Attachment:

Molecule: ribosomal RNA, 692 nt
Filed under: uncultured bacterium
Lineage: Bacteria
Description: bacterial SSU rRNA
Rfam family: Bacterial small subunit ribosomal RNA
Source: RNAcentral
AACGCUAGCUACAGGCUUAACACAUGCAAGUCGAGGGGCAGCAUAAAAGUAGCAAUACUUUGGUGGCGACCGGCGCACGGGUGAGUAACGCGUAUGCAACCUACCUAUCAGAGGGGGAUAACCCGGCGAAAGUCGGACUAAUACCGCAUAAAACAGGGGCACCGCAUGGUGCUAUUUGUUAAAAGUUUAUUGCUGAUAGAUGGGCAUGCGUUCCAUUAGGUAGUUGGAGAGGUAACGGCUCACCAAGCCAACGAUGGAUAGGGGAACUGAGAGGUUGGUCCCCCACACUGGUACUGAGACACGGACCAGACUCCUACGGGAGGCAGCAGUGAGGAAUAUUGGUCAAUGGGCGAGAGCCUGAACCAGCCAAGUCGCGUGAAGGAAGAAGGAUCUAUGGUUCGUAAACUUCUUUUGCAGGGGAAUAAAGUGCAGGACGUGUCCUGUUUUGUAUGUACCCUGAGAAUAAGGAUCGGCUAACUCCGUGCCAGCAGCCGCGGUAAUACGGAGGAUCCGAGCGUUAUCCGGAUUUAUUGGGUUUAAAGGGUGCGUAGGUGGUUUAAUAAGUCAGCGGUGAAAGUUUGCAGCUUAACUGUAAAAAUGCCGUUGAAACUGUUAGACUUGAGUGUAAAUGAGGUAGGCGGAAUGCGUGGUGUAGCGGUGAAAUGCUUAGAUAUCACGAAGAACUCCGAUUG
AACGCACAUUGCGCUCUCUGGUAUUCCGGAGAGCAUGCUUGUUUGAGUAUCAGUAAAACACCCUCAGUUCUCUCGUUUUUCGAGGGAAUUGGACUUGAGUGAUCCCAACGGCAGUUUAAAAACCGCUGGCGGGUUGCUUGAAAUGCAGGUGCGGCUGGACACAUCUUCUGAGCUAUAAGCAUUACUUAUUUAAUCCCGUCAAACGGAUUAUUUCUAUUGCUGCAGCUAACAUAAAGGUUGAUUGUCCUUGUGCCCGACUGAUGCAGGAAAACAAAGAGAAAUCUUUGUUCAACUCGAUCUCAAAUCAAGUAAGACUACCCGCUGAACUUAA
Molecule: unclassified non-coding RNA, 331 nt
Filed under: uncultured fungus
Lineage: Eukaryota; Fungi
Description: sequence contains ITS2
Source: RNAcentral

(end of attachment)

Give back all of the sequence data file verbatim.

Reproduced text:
Molecule: ribosomal RNA, 692 nt
Filed under: uncultured bacterium
Lineage: Bacteria
Description: bacterial SSU rRNA
Rfam family: Bacterial small subunit ribosomal RNA
Source: RNAcentral
AACGCUAGCUACAGGCUUAACACAUGCAAGUCGAGGGGCAGCAUAAAAGUAGCAAUACUUUGGUGGCGACCGGCGCACGGGUGAGUAACGCGUAUGCAACCUACCUAUCAGAGGGGGAUAACCCGGCGAAAGUCGGACUAAUACCGCAUAAAACAGGGGCACCGCAUGGUGCUAUUUGUUAAAAGUUUAUUGCUGAUAGAUGGGCAUGCGUUCCAUUAGGUAGUUGGAGAGGUAACGGCUCACCAAGCCAACGAUGGAUAGGGGAACUGAGAGGUUGGUCCCCCACACUGGUACUGAGACACGGACCAGACUCCUACGGGAGGCAGCAGUGAGGAAUAUUGGUCAAUGGGCGAGAGCCUGAACCAGCCAAGUCGCGUGAAGGAAGAAGGAUCUAUGGUUCGUAAACUUCUUUUGCAGGGGAAUAAAGUGCAGGACGUGUCCUGUUUUGUAUGUACCCUGAGAAUAAGGAUCGGCUAACUCCGUGCCAGCAGCCGCGGUAAUACGGAGGAUCCGAGCGUUAUCCGGAUUUAUUGGGUUUAAAGGGUGCGUAGGUGGUUUAAUAAGUCAGCGGUGAAAGUUUGCAGCUUAACUGUAAAAAUGCCGUUGAAACUGUUAGACUUGAGUGUAAAUGAGGUAGGCGGAAUGCGUGGUGUAGCGGUGAAAUGCUUAGAUAUCACGAAGAACUCCGAUUG
AACGCACAUUGCGCUCUCUGGUAUUCCGGAGAGCAUGCUUGUUUGAGUAUCAGUAAAACACCCUCAGUUCUCUCGUUUUUCGAGGGAAUUGGACUUGAGUGAUCCCAACGGCAGUUUAAAAACCGCUGGCGGGUUGCUUGAAAUGCAGGUGCGGCUGGACACAUCUUCUGAGCUAUAAGCAUUACUUAUUUAAUCCCGUCAAACGGAUUAUUUCUAUUGCUGCAGCUAACAUAAAGGUUGAUUGUCCUUGUGCCCGACUGAUGCAGGAAAACAAAGAGAAAUCUUUGUUCAACUCGAUCUCAAAUCAAGUAAGACUACCCGCUGAACUUAA
Molecule: unclassified non-coding RNA, 331 nt
Filed under: uncultured fungus
Lineage: Eukaryota; Fungi
Description: sequence contains ITS2
Source: RNAcentral